Plant of the Month – Nov 2017

Stapelia hirsuta
Stapelia hirsuta Linnaeus 1753
(AKA: star flower, carrion flower, aasblom)





Known globally as African starfish flowers, and locally as carrion flowers, members of the genus Stapelia are usually characterised by their foul-smelling flowers reminiscent of the odour of rotting meat. The hairs, coloration and surface mimic decaying animal matter and attract mostly flies, which act as pollinators. The strong carrion scent is sometimes recognisable at a great distance, especially on hot afternoons. Stapelias

are low, perennial succulents. The stems, their surface and branching make them immediately recognisable. Stapelia hirsuta’s stems are almost always erect and are usually uniformly green to reddish with small hair-like structures making them look pubescent.

The Flowers
The flowers are starshaped born usually at or near the base of the plant. The flower color is highly variable, but in the Klein Karoo tend to be solid color, deep red and about 140 mm across. Members of this strictly entomophilous (strongly associated with insects) genus occupy a wide diversity of habitats, mostly in arid areas.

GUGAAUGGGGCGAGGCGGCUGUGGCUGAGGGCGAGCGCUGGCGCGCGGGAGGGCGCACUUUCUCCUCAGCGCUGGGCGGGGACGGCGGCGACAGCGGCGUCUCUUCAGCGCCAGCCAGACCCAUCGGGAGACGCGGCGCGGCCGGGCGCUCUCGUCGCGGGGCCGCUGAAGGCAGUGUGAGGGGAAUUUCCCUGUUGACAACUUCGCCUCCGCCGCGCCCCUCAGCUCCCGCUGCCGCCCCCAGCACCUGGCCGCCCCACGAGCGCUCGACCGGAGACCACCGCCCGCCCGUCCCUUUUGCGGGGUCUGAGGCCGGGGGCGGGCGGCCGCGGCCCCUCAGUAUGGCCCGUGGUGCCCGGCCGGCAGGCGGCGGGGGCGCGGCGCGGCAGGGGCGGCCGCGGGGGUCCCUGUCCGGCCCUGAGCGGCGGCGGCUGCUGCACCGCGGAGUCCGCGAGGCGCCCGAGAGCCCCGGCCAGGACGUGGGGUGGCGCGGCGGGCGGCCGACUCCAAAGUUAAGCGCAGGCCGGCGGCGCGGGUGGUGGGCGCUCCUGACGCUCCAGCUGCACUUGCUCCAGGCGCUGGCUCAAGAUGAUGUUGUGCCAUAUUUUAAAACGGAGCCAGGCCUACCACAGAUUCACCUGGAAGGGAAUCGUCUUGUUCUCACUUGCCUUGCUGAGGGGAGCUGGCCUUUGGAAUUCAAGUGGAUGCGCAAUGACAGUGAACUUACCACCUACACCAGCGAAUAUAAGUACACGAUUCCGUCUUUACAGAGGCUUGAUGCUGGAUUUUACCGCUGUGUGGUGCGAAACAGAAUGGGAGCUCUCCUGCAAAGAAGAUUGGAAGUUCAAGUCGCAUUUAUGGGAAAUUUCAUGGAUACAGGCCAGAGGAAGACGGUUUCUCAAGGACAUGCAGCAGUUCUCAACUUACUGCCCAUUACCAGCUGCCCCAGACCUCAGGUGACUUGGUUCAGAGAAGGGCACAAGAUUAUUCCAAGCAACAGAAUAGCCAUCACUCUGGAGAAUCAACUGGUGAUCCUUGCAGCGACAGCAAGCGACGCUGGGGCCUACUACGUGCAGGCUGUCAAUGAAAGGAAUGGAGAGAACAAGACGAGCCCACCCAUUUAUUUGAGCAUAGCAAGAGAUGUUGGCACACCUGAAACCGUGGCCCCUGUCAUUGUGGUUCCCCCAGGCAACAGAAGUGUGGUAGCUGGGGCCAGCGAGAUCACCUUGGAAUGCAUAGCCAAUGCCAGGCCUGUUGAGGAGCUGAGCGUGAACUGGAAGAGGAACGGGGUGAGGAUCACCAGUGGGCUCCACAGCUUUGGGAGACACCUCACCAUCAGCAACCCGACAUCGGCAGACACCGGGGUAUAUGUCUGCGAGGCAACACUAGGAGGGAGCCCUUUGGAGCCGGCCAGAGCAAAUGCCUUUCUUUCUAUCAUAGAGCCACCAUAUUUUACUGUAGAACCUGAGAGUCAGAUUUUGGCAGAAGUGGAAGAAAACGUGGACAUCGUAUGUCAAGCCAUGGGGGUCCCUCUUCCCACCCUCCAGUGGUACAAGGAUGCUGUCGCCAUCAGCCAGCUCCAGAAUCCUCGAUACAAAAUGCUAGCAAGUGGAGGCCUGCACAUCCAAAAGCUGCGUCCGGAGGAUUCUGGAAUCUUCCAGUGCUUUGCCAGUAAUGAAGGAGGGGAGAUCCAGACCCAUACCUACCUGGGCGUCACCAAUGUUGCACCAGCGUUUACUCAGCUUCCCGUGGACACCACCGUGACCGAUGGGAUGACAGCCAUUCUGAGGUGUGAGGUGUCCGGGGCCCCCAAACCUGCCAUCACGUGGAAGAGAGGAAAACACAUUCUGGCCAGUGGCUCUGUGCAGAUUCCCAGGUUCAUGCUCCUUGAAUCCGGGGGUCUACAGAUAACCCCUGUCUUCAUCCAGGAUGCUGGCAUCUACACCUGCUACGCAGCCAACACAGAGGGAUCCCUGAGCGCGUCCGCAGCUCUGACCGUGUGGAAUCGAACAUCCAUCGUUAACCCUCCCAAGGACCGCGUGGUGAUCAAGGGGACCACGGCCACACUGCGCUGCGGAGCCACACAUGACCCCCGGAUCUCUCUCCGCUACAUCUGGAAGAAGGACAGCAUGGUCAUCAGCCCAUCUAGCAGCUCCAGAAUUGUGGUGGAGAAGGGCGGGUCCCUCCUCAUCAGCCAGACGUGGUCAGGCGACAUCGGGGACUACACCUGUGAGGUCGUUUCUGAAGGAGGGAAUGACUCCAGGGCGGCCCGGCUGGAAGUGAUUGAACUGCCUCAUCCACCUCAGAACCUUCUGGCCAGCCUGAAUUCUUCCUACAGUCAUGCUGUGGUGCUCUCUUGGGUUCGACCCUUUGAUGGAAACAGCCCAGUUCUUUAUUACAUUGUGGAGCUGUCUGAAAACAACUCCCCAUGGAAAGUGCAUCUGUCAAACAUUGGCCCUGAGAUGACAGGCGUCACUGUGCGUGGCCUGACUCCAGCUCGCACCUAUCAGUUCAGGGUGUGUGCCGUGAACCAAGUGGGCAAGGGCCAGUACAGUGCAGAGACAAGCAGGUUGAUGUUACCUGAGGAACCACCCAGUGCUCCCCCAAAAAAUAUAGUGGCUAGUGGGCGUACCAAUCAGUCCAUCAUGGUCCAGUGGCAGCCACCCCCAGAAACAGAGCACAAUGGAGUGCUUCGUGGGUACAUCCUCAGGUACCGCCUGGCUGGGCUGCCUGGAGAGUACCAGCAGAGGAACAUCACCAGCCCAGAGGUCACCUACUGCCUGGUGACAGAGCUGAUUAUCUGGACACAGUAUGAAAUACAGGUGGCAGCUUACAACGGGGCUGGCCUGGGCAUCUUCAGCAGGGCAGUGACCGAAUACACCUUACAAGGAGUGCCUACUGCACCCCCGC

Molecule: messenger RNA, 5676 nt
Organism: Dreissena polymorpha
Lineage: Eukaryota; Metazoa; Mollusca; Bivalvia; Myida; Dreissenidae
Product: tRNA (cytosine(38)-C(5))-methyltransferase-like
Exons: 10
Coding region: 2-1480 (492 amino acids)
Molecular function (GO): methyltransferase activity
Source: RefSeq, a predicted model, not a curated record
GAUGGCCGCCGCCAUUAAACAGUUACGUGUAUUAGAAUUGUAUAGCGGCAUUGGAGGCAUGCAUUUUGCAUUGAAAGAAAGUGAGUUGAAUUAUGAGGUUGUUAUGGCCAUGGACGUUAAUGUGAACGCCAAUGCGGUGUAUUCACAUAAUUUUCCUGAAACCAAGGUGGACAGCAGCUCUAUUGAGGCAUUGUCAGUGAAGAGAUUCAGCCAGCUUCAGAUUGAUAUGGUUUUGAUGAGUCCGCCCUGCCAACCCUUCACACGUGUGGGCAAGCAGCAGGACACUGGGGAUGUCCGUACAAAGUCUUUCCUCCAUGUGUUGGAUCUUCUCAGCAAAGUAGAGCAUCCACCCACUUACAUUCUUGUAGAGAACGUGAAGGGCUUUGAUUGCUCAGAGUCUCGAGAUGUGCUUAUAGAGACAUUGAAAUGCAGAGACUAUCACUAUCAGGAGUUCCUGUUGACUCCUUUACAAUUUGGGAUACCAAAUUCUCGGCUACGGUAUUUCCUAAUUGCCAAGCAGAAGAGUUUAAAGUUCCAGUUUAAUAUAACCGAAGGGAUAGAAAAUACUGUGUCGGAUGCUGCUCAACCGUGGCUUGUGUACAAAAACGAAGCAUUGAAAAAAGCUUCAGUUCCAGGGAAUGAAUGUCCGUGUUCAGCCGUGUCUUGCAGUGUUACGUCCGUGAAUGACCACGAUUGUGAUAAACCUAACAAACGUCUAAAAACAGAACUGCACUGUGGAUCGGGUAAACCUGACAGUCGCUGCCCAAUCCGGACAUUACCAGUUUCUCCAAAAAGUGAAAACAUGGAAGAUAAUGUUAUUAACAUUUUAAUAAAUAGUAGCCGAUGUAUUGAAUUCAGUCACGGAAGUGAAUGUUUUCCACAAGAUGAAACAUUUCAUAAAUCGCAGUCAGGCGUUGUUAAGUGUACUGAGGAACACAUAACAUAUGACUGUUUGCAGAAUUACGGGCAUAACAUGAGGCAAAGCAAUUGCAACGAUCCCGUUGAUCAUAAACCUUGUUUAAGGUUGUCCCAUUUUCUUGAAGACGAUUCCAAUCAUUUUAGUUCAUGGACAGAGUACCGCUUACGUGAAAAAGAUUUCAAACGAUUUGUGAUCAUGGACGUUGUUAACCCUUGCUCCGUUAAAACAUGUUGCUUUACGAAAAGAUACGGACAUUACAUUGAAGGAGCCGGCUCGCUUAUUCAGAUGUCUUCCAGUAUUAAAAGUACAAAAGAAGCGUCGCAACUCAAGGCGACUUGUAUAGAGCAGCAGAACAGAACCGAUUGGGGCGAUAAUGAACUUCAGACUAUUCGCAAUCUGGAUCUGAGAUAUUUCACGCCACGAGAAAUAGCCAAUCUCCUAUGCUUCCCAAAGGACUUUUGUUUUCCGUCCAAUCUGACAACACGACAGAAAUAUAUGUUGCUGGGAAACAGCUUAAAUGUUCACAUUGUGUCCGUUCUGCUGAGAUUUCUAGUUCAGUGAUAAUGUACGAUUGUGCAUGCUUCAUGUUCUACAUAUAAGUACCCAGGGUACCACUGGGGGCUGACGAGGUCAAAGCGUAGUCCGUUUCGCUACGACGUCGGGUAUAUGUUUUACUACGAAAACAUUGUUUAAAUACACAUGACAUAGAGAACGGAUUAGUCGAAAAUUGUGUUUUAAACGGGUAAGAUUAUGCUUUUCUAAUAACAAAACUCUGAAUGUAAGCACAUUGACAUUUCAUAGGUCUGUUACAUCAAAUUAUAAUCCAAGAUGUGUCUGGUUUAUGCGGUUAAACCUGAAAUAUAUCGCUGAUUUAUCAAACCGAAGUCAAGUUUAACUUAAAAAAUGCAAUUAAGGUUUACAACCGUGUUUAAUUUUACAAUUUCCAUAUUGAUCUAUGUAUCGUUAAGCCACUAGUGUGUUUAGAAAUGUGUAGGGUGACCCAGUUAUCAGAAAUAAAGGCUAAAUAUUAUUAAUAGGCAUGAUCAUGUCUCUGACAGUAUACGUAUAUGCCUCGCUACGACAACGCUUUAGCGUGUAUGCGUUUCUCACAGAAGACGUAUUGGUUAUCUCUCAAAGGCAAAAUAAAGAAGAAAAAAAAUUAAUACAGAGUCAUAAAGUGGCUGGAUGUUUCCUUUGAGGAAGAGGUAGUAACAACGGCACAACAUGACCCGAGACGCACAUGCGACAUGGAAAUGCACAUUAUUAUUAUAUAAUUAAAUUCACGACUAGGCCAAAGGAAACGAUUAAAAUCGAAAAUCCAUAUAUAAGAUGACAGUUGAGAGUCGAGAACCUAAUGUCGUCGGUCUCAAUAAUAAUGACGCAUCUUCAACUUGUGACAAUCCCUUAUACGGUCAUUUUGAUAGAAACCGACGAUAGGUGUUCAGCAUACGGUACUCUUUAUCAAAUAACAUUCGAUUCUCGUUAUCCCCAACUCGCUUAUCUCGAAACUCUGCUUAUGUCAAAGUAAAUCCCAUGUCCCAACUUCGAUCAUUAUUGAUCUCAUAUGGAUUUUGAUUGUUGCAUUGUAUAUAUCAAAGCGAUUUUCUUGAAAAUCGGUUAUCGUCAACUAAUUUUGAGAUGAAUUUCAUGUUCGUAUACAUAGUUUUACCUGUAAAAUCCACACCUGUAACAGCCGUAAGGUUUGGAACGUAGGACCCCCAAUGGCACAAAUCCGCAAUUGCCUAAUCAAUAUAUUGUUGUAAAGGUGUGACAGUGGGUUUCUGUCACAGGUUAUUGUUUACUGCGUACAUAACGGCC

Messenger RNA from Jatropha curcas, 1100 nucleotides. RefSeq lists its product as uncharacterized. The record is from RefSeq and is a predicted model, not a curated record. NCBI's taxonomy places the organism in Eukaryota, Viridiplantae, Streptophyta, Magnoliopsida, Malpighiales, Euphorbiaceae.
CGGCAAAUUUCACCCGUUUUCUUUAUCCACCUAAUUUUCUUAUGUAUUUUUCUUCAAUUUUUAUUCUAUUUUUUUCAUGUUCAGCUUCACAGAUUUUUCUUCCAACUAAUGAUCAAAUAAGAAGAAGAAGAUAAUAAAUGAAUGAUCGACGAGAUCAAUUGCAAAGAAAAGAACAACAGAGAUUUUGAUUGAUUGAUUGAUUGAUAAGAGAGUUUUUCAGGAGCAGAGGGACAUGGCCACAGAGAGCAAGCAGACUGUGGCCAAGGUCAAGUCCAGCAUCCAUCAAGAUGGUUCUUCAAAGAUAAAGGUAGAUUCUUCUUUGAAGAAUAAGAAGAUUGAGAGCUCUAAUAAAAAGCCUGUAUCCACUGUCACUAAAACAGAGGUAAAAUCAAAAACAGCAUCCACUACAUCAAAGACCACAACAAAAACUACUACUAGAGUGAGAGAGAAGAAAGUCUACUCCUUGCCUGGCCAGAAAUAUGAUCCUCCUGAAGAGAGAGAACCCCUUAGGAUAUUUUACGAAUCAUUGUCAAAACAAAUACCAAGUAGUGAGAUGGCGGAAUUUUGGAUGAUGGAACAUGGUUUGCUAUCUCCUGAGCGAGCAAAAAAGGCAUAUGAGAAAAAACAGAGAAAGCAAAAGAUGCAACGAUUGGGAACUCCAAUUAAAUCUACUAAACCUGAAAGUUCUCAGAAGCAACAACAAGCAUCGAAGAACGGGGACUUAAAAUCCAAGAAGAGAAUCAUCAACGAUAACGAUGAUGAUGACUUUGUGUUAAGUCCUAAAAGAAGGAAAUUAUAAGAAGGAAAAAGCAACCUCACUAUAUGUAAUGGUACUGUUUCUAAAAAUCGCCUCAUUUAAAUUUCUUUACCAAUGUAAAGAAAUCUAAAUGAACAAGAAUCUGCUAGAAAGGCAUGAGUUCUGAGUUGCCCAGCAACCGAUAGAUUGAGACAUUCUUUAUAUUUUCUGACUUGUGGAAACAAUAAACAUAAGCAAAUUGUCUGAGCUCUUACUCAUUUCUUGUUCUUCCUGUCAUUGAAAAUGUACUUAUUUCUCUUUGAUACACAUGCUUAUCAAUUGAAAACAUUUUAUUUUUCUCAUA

The Smell
The putrid smell of the flowers of many species attracts flies and other insects for pollination (myophily). It has been reported
that flies are sometimes so deceived by the odour that they lay their eggs around the fleshy corona, convinced that it will be a food source for their hatching larvae.

Stapelias are subjects of interest rather than beauty and are frequently grown by collectors of succulents. Some large-flowered species make a good show when grown in masses in the garden. In general they are drought-resistant succulents suited for rockeries, and the small-flowered species are suitable as container plants. They are excellent subjects for a water-wise
garden. The sterile stems are very attractive when planted in full sunlight. When in full flower, pollinators are attracted by the odour. For the eco-friendly gardener this is a way of attracting food for birds and reptiles such as lizards to the garden.

Thanks to SANBI

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